Then I decided to take a walk to the mailbox on Barry, about a mile east of here, to return a Netflix DVD of two Japanese samurai films I had seen over the previous two days. (I will write more about them in a future post.) I also wanted to stop in at the local Target store, but I had forgotten to bring my face mask with me—something I do about half the time. I notice a lot of people wear face masks all the time. They remind me of people who sleep alone with condoms draped over their jewels.
I returned to eat lunch with Martine. Mine was a couple of Chinese beef buns accompanied by frozen peach slices. While Martine went for her afternoon walk, I watched Nicholas Ray’s Wind Across the Everglades (1958) starring Burl Ives and Christopher Plummer. There were some beautiful shots of the Everglades and its bird life, and some highly dubious plotting, even if Budd Schulberg wrote the script.
Martine had wanted us to order Japanese from the Aki Restaurant on Santa Monica Blvd, so I phoned in an order and picked it up. It was a tasty reminder of when we used to eat our weekend meals in restaurants.
After dinner, I began reading Anthony Marra’s A Constellation of Vital Phenomena (2013), set during the Chechen wars. It looked like a good read.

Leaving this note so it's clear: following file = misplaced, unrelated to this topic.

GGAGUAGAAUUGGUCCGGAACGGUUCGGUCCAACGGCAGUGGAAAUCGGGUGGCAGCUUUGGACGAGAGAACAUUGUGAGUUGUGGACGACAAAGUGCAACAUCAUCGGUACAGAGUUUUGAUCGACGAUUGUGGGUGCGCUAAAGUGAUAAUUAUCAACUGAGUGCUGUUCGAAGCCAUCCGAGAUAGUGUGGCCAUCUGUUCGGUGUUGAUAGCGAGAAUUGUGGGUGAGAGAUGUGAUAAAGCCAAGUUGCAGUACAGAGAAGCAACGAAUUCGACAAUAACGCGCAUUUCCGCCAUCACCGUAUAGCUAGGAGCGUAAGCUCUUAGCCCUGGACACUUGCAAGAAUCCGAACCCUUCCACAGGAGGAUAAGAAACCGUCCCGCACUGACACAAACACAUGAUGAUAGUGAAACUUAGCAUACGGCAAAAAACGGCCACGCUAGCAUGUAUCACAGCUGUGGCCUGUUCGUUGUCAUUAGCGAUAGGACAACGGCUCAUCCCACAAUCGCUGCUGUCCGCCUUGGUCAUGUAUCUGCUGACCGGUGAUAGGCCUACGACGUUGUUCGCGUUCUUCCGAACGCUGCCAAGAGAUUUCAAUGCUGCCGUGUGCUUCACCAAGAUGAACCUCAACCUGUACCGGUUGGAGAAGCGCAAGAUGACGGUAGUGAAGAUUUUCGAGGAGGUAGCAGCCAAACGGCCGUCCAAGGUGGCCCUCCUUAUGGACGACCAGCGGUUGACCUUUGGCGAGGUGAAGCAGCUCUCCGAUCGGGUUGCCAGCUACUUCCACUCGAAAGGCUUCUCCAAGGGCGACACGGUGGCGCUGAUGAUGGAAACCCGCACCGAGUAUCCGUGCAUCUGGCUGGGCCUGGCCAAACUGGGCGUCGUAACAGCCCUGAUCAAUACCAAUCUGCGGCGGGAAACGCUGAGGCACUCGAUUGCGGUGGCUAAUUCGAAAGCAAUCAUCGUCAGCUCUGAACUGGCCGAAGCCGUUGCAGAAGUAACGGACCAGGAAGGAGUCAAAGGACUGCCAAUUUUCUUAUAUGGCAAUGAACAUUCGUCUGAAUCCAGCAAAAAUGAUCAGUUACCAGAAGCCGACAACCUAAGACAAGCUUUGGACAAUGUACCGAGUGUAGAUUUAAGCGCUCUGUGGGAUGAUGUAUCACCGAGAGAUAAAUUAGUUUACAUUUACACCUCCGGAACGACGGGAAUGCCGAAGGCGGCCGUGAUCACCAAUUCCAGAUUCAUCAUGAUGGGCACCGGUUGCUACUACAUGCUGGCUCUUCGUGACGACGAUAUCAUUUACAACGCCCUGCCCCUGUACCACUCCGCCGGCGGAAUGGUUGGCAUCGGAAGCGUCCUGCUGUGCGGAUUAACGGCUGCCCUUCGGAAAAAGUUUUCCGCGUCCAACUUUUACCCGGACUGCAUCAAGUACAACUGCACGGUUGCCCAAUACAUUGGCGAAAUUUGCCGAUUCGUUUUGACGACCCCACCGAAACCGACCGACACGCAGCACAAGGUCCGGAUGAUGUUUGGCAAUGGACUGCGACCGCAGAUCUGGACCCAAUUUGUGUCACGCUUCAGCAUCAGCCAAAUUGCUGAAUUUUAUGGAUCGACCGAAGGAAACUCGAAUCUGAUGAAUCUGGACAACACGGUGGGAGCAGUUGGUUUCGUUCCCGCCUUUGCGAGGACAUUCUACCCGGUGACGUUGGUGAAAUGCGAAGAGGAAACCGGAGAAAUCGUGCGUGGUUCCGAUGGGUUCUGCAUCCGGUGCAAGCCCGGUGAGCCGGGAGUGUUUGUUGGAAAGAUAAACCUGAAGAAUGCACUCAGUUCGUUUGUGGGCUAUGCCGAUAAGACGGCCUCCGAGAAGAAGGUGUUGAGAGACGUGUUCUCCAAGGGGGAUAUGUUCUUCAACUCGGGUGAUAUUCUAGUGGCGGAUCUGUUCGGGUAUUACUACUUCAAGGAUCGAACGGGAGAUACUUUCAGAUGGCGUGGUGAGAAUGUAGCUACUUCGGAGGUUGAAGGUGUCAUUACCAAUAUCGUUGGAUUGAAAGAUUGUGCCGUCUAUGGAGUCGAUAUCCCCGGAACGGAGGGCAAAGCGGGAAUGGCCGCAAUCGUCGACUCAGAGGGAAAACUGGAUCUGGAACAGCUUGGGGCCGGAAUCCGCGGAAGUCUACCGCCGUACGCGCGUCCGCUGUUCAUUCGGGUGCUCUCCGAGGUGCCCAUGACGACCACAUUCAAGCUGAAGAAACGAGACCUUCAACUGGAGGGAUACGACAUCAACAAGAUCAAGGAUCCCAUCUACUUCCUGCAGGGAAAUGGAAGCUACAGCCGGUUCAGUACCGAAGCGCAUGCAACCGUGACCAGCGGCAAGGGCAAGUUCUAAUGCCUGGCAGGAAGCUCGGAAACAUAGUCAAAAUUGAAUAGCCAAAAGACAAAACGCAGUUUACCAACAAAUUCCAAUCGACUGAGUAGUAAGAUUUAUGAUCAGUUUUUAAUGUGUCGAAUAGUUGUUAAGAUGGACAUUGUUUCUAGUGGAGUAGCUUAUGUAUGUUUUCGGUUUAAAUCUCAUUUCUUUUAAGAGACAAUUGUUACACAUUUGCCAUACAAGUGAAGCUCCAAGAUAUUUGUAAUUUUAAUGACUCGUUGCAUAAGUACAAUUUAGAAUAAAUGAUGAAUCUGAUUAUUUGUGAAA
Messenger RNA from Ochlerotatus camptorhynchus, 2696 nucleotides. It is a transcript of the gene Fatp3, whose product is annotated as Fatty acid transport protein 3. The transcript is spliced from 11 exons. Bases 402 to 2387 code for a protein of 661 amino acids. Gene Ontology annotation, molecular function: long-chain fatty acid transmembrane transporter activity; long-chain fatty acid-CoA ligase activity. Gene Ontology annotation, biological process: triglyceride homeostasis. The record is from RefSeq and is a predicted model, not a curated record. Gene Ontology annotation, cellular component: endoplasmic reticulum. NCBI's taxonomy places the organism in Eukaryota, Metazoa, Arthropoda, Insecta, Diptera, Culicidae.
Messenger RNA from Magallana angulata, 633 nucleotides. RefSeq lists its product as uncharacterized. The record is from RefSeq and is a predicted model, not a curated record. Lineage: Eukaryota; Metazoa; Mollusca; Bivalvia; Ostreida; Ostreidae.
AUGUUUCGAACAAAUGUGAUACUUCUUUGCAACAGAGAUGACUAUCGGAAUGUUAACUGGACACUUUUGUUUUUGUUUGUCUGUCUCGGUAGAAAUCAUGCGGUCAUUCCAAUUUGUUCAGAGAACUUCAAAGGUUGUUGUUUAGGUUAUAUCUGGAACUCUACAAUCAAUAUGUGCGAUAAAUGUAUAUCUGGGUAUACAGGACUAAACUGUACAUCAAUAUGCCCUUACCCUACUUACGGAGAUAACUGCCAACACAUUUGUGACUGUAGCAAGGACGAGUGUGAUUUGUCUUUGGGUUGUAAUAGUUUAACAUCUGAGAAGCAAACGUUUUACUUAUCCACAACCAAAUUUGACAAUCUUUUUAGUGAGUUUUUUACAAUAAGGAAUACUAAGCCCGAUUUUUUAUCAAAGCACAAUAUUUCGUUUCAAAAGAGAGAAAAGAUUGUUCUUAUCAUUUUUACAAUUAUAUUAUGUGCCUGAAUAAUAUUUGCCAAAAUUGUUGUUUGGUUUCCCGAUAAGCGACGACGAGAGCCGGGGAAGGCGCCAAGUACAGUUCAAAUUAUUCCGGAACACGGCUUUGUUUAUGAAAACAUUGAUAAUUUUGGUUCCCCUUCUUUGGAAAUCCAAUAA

Which brings me near to the end of another day. I will watch another episode of “Deep Space 9” and hit the sack.
Masks … Masks … Masks
This is a short post because the Internet has slowed to the speed of a rheumatic snail with bunions. This morning, I had to take my car in for repairs related to A/C and ventilation—especially as it’s about to get hot soon. Then I had to drive Martine for an EKG in preparation for a colonoscopy scheduled for next month. I finished one book (Terry Pratchett’s Jingo) and read most of a second (Tony Hillerman’s The Shape Shifter). Within a few minutes, I will watch on old Deep Space 9 re-run hoping for a glimpse of Jadzia Dax or Major Kira Nerys. Then, bed.
My Brother Dan with Grandson Oliver
Spending time with my brother Dan and sister-in-law Lori is my niece Jennifer, who has wisely chosen to quarantine with her family. Fortunately for me, and for everyone who loves good food, Jen has filmed Dan giving cooking instructions for some of his favorite dishes. Now I have mentioned before that I admire Dan’s cooking and am somewhat jealous that I am nowhere near so proficient as he is in the kitchen.
So, straight from Dan’s kitchen in Palm Desert, here are some wonderful dishes you can prepare at home:
- Hungarian Chicken Paprikás: Part 1 and Part 2. You can see the completed meal in Part 3.
- Vietnamese Lettuce Wrap with Skirt Steak.
- Quiche with Potato Crust.
- Da Bomb Eggplant Parmigiana. This is my favorite. If I can get Martine to try it, I’ll make this within a week or two.
My Niece Jennifer, Who Shot the Videos
Having enjoyed Dan’s cooking numerous times, I think you will find these a real treat. Let me know if you have tried any of the recipes.